Students at UNF have a plethora of choices when it comes to embracing the culture of video games, an industry that rakes in billions of dollars annually according to market research company NPD Group, Inc. Students can hang out in the UNF Student Union Game Room, participate in local and regional gaming events or simply chill at home and play with friends online.
If there is a single, cohesive bond among all the video game enthusiasts at UNF, it is their love of competition and their pleasure from victory.
Fighting in the Game Room
“I have an older brother, and he had the original Nintendo with Mike Tyson’s Punch-Out,” said Ryan Perera, a UNF graphic design senior and avid video game player. “I gave it a try one day, and since then, I’ve been playing competitively.”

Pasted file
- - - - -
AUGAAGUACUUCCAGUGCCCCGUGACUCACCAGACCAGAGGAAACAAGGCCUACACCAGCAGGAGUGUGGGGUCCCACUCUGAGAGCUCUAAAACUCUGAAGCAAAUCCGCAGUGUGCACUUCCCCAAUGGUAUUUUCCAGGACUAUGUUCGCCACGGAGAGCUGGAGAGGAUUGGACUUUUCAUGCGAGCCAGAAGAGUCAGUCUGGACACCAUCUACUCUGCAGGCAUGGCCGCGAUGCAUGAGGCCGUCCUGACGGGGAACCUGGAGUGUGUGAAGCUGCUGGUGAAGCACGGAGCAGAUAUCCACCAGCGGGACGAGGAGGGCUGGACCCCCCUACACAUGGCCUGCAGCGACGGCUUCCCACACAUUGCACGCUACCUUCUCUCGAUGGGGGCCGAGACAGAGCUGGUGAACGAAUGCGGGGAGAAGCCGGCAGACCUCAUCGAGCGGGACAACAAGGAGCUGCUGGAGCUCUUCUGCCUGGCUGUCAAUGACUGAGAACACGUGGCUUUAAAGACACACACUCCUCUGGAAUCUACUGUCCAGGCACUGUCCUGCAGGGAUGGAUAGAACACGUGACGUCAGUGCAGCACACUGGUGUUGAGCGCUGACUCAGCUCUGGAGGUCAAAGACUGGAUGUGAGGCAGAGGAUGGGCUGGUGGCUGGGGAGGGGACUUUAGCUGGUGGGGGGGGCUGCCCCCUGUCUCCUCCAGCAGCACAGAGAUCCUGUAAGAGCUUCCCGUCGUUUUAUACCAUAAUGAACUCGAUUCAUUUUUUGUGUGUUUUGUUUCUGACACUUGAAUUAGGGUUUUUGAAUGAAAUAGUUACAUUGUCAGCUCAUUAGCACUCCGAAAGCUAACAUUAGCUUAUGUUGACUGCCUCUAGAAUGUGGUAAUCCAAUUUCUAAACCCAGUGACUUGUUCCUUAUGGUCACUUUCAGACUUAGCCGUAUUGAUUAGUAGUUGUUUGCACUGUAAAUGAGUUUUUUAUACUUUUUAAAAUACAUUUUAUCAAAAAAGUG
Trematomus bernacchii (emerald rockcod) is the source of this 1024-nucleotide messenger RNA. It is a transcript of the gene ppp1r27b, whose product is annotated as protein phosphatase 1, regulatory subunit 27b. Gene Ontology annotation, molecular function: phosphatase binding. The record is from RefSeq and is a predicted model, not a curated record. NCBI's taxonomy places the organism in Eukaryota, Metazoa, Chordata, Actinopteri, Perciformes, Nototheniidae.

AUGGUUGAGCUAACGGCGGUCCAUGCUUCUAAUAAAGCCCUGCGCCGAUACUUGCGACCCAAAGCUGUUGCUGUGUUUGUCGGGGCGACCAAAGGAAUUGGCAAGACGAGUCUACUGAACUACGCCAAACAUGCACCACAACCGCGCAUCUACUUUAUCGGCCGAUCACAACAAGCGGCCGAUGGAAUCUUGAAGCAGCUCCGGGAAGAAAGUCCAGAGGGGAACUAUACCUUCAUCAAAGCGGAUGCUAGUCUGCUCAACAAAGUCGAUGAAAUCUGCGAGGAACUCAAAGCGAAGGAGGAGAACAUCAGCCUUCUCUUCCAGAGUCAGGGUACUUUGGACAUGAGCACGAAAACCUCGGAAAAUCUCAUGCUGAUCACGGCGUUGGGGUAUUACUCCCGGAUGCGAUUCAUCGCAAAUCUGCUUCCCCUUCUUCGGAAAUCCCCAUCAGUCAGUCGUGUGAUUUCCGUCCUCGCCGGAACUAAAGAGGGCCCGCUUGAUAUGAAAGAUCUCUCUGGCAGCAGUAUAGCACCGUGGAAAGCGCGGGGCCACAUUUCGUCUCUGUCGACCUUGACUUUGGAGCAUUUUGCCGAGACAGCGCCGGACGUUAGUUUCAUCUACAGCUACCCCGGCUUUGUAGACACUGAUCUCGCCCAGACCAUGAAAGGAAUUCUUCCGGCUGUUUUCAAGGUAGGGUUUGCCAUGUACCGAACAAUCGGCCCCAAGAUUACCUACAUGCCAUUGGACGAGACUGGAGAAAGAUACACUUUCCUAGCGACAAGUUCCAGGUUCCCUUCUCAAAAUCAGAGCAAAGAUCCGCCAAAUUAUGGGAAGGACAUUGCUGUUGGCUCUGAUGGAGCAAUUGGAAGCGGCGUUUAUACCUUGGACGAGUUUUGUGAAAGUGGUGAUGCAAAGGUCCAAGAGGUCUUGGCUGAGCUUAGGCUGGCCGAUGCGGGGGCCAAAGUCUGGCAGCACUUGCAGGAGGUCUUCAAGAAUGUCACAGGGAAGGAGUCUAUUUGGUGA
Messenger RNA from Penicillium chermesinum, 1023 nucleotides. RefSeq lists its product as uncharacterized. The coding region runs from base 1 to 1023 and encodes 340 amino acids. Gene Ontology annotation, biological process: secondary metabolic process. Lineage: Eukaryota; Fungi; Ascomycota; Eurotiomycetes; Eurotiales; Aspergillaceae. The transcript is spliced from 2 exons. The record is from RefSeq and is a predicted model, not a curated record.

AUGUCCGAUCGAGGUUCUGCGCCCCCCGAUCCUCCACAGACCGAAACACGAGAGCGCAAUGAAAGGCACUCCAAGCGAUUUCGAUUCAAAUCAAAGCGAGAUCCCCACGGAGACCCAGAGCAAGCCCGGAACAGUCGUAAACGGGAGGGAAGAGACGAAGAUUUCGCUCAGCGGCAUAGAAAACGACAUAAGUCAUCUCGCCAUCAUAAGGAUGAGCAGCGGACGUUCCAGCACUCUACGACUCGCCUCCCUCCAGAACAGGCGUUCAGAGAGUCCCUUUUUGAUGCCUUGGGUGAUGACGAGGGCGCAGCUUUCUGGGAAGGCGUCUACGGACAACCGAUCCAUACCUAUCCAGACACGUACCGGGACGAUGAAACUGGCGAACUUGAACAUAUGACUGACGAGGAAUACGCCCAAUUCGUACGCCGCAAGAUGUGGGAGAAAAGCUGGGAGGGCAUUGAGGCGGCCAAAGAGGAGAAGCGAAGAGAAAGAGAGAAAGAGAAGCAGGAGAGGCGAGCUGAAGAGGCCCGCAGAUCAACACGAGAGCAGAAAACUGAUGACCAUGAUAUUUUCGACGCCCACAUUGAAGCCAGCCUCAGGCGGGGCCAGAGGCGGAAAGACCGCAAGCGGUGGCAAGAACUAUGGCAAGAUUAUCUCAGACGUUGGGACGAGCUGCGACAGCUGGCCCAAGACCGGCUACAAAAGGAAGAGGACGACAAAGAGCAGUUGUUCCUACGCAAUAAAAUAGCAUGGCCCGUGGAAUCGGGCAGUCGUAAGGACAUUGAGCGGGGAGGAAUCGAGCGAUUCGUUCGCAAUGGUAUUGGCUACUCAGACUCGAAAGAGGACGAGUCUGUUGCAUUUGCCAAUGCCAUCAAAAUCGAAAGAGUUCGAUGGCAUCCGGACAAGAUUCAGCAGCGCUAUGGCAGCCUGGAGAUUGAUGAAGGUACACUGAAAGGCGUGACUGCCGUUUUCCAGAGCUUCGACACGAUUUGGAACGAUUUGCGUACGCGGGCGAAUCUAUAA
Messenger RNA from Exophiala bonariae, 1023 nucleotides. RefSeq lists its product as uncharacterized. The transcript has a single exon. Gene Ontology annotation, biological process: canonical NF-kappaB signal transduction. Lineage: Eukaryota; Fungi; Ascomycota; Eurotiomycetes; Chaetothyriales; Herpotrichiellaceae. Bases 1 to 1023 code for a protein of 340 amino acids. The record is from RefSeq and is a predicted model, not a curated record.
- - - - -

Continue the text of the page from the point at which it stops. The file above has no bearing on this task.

The reason Perera and others from UNF like to play games is because competition gives way to friendship.
“The competitive drive is what drives me to play more and face my friends,” Perera said.
Perera is just one of many students regularly hanging out at the game room, located on the first floor of the Student Union East. UNF students come by the game room to challenge one another in video games, pool or table tennis.
Perera said he passes the time in between classes at the game room by playing “Marvel vs. Capcom 3,” a fighting game full of flashy attacks and characters from comic books and other video games. The fighting game genre makes friends become enemies for a brief moment as players try to knock one another out with their digital avatars on screen.